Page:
The reality looked a bit more like the following:
First, the Hunt Commission is often viewed as a backlash to the reforms of the 1970s. While the pendulum did swing back toward more of an institutionalized party voice in the process, it was evidence of the continued experimentation on the part of the DNC to find the right balance between an open process and winning White House. Yes, it brought superdelegates, but it also brought back a relaxation on the prohibition of loophole primaries (directly elected delegates) and retained not only the "window rule" but the exemption of Iowa and New Hampshire from that rule. It also should be noted that the recommendations that came out of the commission were the hammered out mainly by surrogates for latent Mondale and Kennedy candidacies and a bloc of labor supporters on the commission.
Second, counter to Konst's contention, California was not "put at the end" of the calendar. That is simply false. The members of the commission from California raised something of a stink over the fact that Iowa and New Hampshire were exempt from the window rule. There were rumblings if not a state-level effort to move California to an earlier date, but that never materialized. That was due to a number of factors, but none of them were the DNC "putting" California at the end. Again, as described above, it was within the power of the state government to move the date of the primary. That never happened. And that may have had more to do with that fact that there were some in the Golden state who pushed for California to take New Hampshire's first in the nation spot. The aim was too high in other words and California kept its early June consolidated primary.
Relatedly, one other item that was conveniently left out of the commentary on NPR was that for four cycles -- 1996-2008 -- California occupied a range of non-June primary positions; all the way from late March 1996 to, yes, (not-so-southern) Super Tuesday in early February 2008. And if the national parties' calendar limitations were not already obvious, neither the DNC nor the RNC had much luck "putting" Florida and Michigan in compliant positions on the 2008 calendar.
The one coda FHQ would add to this is that the Hunt Commission came after an election. Its recommendations are not the direct function of a primary battle, bitter or otherwise. They certainly were not made in the immediate aftermath of primary season or even the 1980 national convention. Rather, those recommendations for rules changes for the 1984 cycle were a byproduct of two prospective campaigns -- Mondale and Kennedy -- trying to push rules that would benefit themselves. That is an important, parallel lens through which to view this as well. It was not all Establishment Strikes Back.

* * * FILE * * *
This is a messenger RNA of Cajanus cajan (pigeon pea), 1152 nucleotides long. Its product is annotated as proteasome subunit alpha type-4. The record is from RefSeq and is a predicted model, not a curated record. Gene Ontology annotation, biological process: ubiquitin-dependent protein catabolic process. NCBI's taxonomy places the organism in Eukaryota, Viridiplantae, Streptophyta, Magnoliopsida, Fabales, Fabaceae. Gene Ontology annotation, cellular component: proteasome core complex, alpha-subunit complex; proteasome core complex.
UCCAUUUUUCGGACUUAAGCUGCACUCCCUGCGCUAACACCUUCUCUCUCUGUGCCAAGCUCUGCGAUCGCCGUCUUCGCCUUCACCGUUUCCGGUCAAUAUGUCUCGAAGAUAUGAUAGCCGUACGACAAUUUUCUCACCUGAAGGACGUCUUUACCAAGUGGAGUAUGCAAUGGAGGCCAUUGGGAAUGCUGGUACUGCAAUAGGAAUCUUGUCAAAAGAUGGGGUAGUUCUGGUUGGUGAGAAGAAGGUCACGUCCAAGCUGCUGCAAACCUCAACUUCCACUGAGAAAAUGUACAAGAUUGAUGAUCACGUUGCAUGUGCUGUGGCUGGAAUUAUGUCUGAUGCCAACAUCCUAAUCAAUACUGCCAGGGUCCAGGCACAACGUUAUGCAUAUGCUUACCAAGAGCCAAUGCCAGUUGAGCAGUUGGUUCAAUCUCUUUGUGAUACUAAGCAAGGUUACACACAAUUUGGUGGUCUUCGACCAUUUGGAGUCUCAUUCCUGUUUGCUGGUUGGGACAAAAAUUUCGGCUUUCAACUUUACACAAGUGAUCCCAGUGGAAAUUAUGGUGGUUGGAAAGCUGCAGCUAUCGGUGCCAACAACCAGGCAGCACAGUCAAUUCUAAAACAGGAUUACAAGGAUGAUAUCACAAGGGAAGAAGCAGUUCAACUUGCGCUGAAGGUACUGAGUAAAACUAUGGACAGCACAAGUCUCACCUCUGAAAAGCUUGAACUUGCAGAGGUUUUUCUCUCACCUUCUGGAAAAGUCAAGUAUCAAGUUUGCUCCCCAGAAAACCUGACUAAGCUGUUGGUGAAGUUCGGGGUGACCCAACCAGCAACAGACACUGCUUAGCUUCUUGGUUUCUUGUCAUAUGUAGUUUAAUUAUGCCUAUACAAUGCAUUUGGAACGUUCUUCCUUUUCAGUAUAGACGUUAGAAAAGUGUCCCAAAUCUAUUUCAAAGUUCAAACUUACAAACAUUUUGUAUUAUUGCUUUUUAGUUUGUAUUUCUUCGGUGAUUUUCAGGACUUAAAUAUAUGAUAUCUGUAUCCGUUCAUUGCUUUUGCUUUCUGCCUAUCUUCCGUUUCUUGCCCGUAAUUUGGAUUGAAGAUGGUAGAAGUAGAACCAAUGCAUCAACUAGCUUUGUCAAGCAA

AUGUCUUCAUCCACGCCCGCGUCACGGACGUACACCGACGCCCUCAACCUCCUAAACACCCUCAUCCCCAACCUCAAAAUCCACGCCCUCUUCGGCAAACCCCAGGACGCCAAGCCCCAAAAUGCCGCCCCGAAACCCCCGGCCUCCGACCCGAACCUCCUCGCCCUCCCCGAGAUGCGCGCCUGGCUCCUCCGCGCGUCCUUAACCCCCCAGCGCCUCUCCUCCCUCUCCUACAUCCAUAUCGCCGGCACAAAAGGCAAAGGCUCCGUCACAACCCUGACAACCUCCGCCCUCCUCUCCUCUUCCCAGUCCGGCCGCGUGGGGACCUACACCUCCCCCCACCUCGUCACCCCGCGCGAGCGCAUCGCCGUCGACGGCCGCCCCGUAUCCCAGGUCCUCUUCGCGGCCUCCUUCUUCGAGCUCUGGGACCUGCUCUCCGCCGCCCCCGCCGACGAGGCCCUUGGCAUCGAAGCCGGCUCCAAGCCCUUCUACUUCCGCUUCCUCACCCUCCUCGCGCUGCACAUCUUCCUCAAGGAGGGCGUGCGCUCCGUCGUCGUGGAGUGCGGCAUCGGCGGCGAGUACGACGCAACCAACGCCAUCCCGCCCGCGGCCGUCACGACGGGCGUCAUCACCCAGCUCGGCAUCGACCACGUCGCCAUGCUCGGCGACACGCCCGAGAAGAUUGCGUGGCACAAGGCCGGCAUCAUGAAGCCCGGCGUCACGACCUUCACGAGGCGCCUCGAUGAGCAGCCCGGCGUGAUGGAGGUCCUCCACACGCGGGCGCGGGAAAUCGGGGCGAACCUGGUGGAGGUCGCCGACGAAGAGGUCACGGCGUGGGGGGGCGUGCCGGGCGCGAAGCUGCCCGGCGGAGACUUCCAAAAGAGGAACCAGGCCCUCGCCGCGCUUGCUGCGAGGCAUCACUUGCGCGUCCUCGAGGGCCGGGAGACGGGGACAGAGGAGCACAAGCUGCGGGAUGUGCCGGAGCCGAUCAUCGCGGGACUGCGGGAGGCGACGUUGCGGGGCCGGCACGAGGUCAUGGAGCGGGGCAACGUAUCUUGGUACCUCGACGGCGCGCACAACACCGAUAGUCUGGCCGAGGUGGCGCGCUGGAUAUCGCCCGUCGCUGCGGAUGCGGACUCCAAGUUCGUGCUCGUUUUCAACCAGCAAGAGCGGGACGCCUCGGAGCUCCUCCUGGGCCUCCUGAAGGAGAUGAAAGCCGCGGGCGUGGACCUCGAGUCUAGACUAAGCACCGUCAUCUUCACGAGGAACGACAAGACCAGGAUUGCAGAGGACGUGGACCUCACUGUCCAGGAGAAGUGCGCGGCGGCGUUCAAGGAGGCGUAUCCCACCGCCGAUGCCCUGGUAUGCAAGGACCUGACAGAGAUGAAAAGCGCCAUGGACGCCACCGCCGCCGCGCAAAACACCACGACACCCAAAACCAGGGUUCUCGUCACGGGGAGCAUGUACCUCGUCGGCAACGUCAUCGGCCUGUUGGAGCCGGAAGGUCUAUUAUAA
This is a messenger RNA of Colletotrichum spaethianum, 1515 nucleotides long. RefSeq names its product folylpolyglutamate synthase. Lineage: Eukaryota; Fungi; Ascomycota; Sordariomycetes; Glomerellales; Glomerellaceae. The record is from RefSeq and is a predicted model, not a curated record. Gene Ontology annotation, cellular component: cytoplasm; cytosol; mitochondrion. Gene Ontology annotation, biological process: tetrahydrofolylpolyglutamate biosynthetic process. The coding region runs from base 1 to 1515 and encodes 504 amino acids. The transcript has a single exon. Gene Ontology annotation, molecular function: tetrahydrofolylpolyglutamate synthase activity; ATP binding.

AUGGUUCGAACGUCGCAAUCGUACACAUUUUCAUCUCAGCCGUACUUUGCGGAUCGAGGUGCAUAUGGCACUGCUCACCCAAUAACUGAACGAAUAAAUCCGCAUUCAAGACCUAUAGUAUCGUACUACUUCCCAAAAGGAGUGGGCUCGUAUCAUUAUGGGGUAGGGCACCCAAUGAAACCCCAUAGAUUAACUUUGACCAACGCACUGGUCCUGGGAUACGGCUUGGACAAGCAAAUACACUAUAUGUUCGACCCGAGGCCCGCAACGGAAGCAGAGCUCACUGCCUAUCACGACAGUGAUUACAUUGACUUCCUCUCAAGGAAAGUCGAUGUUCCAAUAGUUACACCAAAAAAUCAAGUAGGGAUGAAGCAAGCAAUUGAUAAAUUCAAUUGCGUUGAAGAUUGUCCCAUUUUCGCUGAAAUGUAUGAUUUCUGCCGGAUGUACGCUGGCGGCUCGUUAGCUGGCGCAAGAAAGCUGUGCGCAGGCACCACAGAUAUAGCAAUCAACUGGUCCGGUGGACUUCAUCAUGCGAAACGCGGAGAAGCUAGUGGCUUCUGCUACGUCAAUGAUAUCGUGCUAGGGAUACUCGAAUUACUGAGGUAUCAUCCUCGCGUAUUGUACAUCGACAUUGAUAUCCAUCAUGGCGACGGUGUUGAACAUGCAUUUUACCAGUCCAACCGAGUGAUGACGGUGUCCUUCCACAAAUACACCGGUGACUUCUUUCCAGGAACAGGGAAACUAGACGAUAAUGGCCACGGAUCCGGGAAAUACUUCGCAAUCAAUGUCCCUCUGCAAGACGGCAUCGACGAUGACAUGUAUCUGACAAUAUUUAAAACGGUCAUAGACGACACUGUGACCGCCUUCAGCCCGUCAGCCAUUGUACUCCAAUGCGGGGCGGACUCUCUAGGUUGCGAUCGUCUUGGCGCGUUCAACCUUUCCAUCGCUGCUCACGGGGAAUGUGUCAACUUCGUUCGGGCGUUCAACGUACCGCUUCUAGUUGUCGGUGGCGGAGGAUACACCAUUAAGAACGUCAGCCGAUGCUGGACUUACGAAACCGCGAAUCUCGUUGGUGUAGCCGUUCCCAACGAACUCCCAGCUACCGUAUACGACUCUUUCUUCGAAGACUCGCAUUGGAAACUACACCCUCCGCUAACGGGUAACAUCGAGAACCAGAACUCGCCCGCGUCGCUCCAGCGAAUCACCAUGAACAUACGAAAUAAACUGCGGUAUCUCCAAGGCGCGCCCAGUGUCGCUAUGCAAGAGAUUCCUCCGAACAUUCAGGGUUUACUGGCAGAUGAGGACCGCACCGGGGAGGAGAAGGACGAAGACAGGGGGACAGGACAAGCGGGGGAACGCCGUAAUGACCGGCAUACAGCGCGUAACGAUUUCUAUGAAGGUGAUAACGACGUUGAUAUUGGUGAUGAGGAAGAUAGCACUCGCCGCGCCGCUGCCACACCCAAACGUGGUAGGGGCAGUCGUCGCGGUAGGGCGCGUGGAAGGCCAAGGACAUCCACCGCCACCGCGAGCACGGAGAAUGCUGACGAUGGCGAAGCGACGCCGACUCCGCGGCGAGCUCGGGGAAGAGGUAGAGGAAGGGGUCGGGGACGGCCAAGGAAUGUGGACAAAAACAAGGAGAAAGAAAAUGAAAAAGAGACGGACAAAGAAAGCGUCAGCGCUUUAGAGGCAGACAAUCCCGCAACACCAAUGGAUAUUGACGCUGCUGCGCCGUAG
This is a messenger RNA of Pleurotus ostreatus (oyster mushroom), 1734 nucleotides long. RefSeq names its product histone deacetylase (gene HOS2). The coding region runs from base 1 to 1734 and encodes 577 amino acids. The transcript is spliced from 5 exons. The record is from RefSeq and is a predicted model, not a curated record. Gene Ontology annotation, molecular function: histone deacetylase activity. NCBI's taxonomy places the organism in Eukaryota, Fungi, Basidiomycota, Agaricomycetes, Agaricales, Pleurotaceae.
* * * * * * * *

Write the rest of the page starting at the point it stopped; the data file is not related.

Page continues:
...and neither was 2016 either. At least it wasn't in terms of California's position on the calendar.
1 Never mind the fact that as older, conservative Democrats in the South have aged out of the electorate and been replaced by younger, conservative Republicans, the Democratic electorate across the South has become much more minority-based and more liberal/progressive.
2 Yes, Texas "moved" but the Lone Star state having a late May primary in 2012 was a function of redistricting issues, not a conscious effort to "backload". The Texas statutes have had the primary there scheduled for a Tuesday during one of the first two weeks of March since 1988. Texas' shift then was a reversion rather anything engineered (by the DNC, Republican legislators or otherwise).
2016 Republican Delegate Allocation: NEW JERSEY
2016 Republican Delegate Allocation: MONTANA
About those bound delegates